AT&T said today that it won millimeter wave spectrum covering 99% of the U.S. population in Auction 103, which was completed several weeks ago. The AT&T Auction 103 spectrum winnings are in the 39 GHz band.

AT&T was the second biggest winner in Auction 103, which also auctioned licenses in two other millimeter wave bands – 37 GHz and 47 GHz.  The biggest winner was Verizon. T-Mobile also was a big winner.

Millimeter wave spectrum supports the fastest broadband speeds, but over relatively short distances, which means that a nationwide deployment in the band will require more time and resources in comparison with deployments in other bands.

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AT&T Auction 103 Winnings
AT&T already had some 39 GHz spectrum prior to the auction, which the company obtained when it purchased FiberTower in early 2018. The company opted to surrender those licenses in exchange for a bidding credit in Auction 103 but apparently won all or most of them back. In addition, the company has millimeter wave spectrum in the 24 GHz band. The company uses the brand name 5G+ for the 5G service it has deployed using millimeter wave spectrum.

The company also has deployed 5G in lower-frequency spectrum, however, with the goal of quickly gaining broader coverage, albeit at lower speeds. The company has a target of having nationwide lower-frequency 5G coverage in the first half of this year.

Nationwide millimeter wave coverage undoubtedly will take longer, but AT&T is already looking ahead to reaching that milestone, noting in today’s press release that once the 5G+ network “is built with the necessary density for mobile services, fixed services may follow.”

AT&T’s attitude toward fixed 5G has fluctuated in recent years, but the reference suggests the company still sees potential in offering that option.

Some Auction 103 winners – including Windstream – expect to use their millimeter spectrum primarily or exclusively for fixed wireless, where they expect to achieve speeds up to 1 Gbps.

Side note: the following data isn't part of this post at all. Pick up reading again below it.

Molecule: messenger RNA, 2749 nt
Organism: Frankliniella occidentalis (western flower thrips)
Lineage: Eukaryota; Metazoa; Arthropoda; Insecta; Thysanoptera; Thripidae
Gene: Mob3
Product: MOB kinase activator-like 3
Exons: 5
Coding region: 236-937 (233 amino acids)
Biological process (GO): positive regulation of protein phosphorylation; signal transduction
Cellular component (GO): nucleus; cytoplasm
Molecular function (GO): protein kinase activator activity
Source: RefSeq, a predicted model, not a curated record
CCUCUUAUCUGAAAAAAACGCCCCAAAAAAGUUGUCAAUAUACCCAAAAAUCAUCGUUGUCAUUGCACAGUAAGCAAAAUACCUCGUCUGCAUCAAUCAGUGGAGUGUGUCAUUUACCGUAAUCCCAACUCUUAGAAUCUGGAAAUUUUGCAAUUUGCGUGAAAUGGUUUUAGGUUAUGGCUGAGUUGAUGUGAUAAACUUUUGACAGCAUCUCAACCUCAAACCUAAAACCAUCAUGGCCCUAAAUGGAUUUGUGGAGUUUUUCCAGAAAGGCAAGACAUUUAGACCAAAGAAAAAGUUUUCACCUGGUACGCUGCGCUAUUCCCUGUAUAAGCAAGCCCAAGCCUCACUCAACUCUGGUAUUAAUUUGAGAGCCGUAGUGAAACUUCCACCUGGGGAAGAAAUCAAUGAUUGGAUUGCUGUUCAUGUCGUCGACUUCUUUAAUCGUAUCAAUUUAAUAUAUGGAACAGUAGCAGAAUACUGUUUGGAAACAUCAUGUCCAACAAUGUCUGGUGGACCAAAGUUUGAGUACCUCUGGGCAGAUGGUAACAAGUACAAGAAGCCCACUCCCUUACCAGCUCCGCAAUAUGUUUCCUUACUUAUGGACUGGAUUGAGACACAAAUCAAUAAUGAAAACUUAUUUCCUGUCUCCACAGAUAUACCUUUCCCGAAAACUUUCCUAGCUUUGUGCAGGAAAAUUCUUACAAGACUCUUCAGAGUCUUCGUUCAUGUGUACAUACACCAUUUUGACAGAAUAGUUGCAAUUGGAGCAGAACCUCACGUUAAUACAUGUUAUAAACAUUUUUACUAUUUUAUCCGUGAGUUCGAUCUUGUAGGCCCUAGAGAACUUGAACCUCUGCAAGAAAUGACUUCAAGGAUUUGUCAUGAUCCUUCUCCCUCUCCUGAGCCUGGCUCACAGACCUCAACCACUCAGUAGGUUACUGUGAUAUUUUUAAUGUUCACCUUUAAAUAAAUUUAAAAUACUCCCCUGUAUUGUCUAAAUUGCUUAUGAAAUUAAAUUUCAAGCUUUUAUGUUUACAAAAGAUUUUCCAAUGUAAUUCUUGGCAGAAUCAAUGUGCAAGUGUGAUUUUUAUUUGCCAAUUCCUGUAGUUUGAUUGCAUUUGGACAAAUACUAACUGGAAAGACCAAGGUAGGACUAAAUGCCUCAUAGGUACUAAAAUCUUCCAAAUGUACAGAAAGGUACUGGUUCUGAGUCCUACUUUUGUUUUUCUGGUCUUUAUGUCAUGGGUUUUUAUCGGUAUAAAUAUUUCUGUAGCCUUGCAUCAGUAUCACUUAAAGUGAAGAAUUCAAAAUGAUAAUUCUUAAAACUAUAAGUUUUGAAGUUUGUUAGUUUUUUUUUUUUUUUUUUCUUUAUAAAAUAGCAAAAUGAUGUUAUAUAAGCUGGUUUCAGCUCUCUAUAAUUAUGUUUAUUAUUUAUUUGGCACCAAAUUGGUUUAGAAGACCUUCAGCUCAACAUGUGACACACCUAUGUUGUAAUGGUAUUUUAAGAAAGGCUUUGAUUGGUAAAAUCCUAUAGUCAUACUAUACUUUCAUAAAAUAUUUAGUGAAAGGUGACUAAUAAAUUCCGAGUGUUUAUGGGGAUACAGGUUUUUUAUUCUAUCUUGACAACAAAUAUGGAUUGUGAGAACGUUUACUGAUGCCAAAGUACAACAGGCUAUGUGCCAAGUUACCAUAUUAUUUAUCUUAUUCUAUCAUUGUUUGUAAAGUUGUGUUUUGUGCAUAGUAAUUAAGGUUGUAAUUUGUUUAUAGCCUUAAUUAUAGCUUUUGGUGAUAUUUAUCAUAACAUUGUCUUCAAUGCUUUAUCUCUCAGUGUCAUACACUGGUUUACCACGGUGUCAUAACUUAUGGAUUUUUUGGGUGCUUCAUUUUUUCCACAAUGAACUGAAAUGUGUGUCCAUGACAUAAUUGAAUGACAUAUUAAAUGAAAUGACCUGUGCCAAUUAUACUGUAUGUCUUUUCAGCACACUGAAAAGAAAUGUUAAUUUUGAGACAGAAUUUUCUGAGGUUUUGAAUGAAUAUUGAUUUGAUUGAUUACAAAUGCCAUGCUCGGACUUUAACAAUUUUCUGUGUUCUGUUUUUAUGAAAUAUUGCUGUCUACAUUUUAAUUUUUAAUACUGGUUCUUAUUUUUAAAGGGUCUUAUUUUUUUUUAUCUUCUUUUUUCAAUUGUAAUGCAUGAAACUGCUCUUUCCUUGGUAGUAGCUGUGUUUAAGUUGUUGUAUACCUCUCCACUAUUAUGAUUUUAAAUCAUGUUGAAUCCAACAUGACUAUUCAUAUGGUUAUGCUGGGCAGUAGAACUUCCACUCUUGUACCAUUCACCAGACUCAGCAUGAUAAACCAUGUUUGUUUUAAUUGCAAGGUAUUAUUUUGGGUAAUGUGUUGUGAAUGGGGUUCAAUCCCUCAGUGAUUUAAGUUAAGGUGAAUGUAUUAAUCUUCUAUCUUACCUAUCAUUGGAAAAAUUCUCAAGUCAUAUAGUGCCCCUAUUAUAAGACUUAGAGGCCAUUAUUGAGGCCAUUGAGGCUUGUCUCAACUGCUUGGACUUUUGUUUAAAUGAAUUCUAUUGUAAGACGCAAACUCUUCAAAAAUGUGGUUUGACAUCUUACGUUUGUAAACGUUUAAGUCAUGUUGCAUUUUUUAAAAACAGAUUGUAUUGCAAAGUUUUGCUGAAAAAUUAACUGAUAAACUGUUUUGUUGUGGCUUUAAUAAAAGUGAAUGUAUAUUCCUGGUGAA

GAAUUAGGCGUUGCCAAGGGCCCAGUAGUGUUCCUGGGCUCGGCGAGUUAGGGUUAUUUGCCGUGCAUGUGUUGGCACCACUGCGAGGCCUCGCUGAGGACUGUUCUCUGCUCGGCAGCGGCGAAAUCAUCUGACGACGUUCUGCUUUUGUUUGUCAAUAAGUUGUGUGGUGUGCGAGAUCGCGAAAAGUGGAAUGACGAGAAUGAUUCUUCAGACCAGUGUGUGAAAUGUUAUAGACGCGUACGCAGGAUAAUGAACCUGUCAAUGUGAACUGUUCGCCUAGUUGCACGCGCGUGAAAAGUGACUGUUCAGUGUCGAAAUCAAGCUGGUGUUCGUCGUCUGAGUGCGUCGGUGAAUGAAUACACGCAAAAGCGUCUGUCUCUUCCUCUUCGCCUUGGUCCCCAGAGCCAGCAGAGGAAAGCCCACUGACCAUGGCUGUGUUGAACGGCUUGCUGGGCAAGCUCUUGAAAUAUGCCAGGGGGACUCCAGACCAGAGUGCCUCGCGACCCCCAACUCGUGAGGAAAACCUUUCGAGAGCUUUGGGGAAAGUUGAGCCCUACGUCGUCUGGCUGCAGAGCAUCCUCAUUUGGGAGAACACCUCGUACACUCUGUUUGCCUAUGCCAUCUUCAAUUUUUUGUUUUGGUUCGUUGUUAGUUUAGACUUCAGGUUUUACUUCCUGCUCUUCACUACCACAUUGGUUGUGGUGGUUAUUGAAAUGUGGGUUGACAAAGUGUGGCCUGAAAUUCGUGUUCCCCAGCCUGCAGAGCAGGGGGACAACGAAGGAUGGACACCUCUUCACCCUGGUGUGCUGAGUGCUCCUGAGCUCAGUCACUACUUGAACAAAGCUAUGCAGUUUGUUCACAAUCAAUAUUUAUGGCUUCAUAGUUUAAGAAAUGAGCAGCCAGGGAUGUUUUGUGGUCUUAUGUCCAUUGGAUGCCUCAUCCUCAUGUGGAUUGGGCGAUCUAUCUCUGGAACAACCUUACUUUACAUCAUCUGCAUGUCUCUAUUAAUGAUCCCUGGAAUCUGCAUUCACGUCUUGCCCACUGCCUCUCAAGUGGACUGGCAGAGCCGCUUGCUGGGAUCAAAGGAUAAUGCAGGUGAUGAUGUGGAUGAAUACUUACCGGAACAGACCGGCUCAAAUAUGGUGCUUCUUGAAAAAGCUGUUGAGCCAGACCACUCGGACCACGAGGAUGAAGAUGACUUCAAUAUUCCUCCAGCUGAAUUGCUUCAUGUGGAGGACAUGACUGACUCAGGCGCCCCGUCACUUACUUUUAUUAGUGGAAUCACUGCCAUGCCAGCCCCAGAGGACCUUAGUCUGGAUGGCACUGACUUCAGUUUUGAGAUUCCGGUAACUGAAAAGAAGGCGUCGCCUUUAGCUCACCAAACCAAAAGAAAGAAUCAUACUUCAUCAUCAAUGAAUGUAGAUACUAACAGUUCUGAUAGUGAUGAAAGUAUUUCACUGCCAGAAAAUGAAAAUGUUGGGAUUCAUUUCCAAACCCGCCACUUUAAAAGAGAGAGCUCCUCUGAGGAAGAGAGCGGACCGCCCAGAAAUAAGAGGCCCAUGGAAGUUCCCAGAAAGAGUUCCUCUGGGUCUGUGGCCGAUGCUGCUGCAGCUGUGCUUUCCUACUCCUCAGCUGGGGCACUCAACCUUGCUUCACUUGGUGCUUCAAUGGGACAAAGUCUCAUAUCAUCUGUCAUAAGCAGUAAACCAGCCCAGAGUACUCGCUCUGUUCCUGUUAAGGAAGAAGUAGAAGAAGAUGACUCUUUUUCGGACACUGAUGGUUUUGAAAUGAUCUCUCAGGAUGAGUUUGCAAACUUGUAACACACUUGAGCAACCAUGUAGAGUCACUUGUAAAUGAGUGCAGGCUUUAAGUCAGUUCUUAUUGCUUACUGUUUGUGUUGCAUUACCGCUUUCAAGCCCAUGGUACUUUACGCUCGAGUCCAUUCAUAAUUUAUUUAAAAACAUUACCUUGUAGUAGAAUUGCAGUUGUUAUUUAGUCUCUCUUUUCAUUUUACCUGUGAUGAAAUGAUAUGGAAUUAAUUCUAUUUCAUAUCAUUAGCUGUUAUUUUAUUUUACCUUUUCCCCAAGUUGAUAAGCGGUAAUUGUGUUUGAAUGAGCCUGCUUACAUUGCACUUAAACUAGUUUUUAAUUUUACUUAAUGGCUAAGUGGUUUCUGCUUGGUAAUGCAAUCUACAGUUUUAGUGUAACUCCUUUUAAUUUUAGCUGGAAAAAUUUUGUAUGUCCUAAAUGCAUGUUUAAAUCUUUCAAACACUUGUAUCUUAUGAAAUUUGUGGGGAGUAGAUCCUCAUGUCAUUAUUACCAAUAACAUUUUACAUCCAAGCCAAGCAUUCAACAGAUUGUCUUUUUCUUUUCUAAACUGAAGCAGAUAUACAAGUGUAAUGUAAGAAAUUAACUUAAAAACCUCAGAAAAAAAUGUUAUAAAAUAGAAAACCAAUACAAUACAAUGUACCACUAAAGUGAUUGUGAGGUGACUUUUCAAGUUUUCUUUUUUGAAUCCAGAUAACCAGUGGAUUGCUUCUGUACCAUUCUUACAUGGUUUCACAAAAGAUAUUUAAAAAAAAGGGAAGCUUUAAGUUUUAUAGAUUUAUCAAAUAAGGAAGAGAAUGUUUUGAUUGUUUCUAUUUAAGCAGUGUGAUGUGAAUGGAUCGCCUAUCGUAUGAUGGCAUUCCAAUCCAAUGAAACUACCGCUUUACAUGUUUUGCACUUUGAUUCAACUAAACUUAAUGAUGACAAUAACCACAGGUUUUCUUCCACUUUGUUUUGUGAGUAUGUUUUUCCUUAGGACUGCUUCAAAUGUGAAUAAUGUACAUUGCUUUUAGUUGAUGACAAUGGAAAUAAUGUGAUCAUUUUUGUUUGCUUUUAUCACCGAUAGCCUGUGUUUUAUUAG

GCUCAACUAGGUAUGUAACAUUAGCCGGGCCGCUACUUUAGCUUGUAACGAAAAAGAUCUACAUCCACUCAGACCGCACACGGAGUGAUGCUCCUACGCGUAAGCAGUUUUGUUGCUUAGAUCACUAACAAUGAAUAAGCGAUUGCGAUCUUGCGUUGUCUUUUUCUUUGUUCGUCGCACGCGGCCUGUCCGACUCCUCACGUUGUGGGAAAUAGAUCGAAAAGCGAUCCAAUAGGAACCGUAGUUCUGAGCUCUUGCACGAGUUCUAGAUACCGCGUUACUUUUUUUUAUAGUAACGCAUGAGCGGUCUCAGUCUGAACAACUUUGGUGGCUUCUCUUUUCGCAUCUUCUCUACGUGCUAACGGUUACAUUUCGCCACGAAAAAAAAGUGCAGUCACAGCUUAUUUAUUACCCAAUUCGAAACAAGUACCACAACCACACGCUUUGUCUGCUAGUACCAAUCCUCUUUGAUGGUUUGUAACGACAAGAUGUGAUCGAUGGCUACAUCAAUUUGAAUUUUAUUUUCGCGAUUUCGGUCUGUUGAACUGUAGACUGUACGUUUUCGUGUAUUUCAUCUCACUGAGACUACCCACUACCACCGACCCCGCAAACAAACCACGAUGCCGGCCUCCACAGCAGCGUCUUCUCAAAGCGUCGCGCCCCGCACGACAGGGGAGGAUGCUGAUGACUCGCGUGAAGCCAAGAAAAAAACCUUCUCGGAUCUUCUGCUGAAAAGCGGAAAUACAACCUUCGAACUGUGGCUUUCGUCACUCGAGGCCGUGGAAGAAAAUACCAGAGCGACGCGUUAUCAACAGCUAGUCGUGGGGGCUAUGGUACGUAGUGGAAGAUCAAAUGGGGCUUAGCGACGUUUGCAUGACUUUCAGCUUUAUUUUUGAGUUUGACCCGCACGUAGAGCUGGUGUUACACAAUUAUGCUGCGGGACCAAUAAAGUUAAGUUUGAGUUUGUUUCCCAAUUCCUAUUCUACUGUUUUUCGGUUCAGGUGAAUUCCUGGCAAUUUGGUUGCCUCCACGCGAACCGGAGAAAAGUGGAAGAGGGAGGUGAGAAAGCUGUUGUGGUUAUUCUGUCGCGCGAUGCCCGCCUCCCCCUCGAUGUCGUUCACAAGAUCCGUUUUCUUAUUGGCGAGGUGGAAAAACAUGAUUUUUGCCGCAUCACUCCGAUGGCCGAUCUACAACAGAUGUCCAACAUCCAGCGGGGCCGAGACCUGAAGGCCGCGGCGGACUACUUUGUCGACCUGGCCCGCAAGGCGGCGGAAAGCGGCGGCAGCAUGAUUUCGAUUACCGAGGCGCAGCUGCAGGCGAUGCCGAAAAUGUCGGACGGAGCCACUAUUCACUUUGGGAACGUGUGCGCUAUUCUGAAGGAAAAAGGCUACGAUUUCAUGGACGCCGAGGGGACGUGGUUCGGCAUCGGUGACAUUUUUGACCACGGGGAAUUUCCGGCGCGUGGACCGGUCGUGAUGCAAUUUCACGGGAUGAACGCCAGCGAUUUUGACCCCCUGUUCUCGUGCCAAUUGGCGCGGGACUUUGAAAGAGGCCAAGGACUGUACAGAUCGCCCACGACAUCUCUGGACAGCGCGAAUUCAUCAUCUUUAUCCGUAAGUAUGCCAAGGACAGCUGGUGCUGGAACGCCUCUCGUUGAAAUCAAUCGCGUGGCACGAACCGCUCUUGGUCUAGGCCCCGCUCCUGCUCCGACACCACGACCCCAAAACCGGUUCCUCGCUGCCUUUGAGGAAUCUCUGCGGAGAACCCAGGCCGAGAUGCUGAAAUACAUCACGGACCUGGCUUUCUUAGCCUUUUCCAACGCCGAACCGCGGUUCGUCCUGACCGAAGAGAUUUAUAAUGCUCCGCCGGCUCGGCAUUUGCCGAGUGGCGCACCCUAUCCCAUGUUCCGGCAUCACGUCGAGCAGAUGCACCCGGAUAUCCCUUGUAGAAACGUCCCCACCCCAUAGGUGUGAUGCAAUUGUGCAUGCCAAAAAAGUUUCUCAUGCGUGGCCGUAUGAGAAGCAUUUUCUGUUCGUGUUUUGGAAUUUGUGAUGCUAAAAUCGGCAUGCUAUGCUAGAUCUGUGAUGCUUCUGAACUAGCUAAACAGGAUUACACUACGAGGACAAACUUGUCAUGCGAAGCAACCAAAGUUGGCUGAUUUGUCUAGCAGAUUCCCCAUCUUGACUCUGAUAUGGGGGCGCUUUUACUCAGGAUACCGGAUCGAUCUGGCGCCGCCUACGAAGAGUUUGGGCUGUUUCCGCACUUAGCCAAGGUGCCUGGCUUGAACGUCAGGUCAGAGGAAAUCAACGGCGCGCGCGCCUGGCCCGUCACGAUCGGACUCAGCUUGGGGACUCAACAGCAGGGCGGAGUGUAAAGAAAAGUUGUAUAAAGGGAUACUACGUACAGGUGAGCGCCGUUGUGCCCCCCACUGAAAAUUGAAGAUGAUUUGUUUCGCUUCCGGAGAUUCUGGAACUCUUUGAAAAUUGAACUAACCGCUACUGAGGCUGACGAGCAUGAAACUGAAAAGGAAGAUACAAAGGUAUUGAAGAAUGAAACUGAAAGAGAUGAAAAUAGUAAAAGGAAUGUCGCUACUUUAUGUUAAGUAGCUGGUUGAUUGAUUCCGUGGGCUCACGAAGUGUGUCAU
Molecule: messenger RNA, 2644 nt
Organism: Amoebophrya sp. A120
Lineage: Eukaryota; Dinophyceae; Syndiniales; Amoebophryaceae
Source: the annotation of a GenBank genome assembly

Looking Ahead
Wireless industry attention recently has been focused on mid-band spectrum, which some stakeholders see offering the optimum mixture of speed and coverage. Millimeter wave spectrum is likely to become more important in the future as bandwidth demands climb, however.

The speeds that a carrier can support depend not only on the spectrum band used but on how much spectrum the carrier holds. And today’s press release about AT&T Auction 103 winnings suggests AT&T will be in a good position in that regard. The company’s millimeter wave average spectrum depth is now 1,040 MHz, including 786 MHz in the 39 GHz band.

Join the Conversation

One thought on “AT&T Touts Nationwide 5G Spectrum Win in Auction 103

  1. Millimeter-wave spectrum is absolutely useless across 99% of the US. With transmitters required every 300 feet, there is no way that a use case can be designed for its utilify anywhere except the most densely-populated sections of only the very largest cities, and even then, how do you get the signal indoors where the people are? It will not travel through anything, not even fog or rain. No carrier has come up with a solution to that huge problem yet. Therefore, AT&T's bragging about having vast bandwidth of "nationwide" millimeter wave spectrum means absolutely nothing at all. 99% of it is useless and was a complete waste of money to acquire.

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